Health authorities in Polk County say they are prepared to cope with possible infections of COVID-19. County hospitals ready to test and treat as coronavirus outbreak reaches Florida.
LAKELAND — Now that the novel coronavirus has been confirmed in a bordering county, health authorities, school officials and others in Polk County are taking an increasingly vigilant approach.
Florida Gov. Ron DeSantis announced the state’s first two cases at a news conference Monday, with one patient in Hillsborough County and one in Manatee County.
At Lakeland Regional Health, arriving patients are screened for fever, cough and shortness of breath and asked about recent travel to countries with a community spread of the disease, said Dr. Daniel Haight, vice president of community health and medical director of infection prevention.
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If the screening raises concerns, the patient is given a mask and frequent hand hygiene is made, Haight said by email in response to questions from The Ledger. Any patient suspected of infection with COVID-19 will be placed in a room with special air filtration in a part of the hospital with controlled entrances, Haight said.
The hospital can test for such common infections as the flu, as well as other viruses that cause fever and cough, Haight said.
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“This is an important step since it is unlikely for a person to have COVID-19 if they have a positive test for the flu,” Haight said by email. “In general, we do not recommend these tests if a person is mildly ill. If the patient does not have a common illness but does have risk factors for COVID-19, we request approval from the local health department to collect specimens to send to the state lab for testing.”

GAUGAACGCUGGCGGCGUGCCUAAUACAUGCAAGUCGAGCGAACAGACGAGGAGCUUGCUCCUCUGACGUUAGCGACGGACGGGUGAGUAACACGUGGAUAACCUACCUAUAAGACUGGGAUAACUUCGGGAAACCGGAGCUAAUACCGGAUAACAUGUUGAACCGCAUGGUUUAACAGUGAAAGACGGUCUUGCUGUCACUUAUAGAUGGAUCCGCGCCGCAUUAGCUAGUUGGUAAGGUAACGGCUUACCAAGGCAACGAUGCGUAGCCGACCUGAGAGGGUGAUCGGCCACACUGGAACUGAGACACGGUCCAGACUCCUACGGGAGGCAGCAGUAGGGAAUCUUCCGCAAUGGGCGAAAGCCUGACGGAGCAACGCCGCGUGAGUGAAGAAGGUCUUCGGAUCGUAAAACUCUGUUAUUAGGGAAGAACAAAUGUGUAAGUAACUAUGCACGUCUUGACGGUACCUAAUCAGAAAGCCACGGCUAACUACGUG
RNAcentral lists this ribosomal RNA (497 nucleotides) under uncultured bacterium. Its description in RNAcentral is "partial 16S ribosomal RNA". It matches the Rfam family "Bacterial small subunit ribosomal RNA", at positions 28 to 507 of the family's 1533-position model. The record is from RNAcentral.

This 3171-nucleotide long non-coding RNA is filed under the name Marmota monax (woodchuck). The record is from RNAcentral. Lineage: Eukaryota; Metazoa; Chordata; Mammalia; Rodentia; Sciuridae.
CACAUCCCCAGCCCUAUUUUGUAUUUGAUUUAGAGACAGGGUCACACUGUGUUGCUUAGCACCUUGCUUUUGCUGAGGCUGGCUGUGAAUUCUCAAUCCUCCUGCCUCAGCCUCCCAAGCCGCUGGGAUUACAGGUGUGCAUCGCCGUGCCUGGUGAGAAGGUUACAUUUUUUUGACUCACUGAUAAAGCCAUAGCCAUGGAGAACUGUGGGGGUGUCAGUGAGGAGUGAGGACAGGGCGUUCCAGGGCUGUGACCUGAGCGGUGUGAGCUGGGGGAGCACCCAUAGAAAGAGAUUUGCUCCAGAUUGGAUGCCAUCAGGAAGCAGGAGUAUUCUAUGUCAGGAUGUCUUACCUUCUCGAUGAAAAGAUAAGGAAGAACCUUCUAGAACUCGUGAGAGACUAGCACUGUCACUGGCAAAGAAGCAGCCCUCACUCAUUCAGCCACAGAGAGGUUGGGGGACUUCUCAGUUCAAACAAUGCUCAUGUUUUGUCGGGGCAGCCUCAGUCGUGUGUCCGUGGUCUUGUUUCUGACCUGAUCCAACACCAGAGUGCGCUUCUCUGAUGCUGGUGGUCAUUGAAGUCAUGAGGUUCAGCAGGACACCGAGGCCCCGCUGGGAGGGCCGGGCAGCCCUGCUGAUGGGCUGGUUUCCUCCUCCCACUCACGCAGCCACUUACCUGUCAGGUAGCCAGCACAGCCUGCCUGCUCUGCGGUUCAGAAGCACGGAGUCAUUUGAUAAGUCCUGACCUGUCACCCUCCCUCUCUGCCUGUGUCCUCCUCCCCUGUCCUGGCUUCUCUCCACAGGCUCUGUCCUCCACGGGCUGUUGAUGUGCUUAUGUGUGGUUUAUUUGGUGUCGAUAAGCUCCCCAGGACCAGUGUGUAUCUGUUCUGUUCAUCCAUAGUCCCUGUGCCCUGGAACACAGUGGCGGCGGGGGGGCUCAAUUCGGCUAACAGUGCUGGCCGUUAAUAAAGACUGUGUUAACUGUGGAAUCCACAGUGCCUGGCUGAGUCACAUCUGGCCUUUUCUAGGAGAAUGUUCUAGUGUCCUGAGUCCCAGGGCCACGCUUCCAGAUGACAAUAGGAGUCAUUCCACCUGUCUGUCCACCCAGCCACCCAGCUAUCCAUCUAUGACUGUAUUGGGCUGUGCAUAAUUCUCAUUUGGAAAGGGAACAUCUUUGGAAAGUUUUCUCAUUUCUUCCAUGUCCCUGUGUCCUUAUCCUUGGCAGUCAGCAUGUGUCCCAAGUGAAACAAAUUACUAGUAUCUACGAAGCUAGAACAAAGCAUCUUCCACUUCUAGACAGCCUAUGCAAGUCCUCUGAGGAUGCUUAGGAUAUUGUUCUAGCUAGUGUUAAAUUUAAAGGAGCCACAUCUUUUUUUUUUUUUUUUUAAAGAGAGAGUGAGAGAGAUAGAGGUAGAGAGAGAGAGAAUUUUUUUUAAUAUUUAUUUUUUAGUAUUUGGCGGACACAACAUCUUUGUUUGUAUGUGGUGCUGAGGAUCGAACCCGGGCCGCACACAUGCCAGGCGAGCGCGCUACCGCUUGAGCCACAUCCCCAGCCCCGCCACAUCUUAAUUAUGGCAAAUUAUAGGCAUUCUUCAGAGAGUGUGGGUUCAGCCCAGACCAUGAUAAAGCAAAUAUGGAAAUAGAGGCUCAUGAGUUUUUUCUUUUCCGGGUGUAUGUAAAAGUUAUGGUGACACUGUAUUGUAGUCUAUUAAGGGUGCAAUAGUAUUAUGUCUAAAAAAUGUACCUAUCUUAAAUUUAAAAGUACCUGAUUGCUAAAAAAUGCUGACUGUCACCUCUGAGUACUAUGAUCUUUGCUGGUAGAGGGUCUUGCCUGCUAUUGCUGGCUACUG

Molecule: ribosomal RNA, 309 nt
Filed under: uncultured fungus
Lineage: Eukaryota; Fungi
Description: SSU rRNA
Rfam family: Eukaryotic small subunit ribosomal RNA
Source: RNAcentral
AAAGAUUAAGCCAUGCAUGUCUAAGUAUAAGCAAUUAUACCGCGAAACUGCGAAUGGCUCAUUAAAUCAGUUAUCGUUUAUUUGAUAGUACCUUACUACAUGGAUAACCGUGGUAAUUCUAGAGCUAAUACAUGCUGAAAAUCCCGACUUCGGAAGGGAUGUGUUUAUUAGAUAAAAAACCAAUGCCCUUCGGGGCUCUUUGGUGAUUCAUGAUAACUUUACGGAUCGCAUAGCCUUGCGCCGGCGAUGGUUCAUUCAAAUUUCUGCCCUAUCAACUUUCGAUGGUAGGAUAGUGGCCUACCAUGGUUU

If the health department approves, samples of a patient’s nasal fluid and saliva would be collected and sent to the Florida Department of Health laboratory in Tampa, Haight said. Results could take one or two days.
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BayCare Health Systems, which operates hospitals in Winter Haven and Bartow, will follow guidelines of the Centers for Disease Control and Prevention in evaluating any patients showing possible signs of the respiratory infection officially called COVID-19, spokeswoman Vjollca “Viola” Hysenlika said.
“Because COVID-19 symptoms are similar to many other respiratory infections, such as the flu, healthcare providers arrive at a possible diagnosis by ruling out other factors and also by asking the patient about recent travel or exposure to someone who has recently traveled,” Hysenlika said by email.
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Anyone who shows the symptoms Haight described should call their local healthcare provider or hospital and ask how best to be evaluated. He warned against going to the doctor’s office or hospital without calling first, as recommendations will change over time.
National news reports suggest that Americans have been buying all available protective masks in stores, creating concerns about a shortage of masks in health facilities, where they are truly needed. Store employees at a Lowe’s and a Walgreens in Lakeland contacted by The Ledger said their stores were sold out of masks.
BayCare Health Systems has an adequate supply of masks, Hysenlika said, but has seen a “tightening in the supply chain.”
Asked about extra precautions against COVID-19, Hysenlika said BayCare has been working for weeks to ensure it has adequate supplies and to train team members on how to screen patients and how to isolate and care for anyone infected with the disease.
Dr. Joy Jackson, director of the Polk County Health Department, was not available for an interview Monday. The department did not respond by The Ledger’s deadline to a list of provided questions.
The main page of the department’s website announced, “Important Update on COVID-19 cases in Florida,” along with a link to information from the Florida Department of Health. It was updated Monday with the report of positive tests for COVID-19 in Hillsborough and Manatee counties.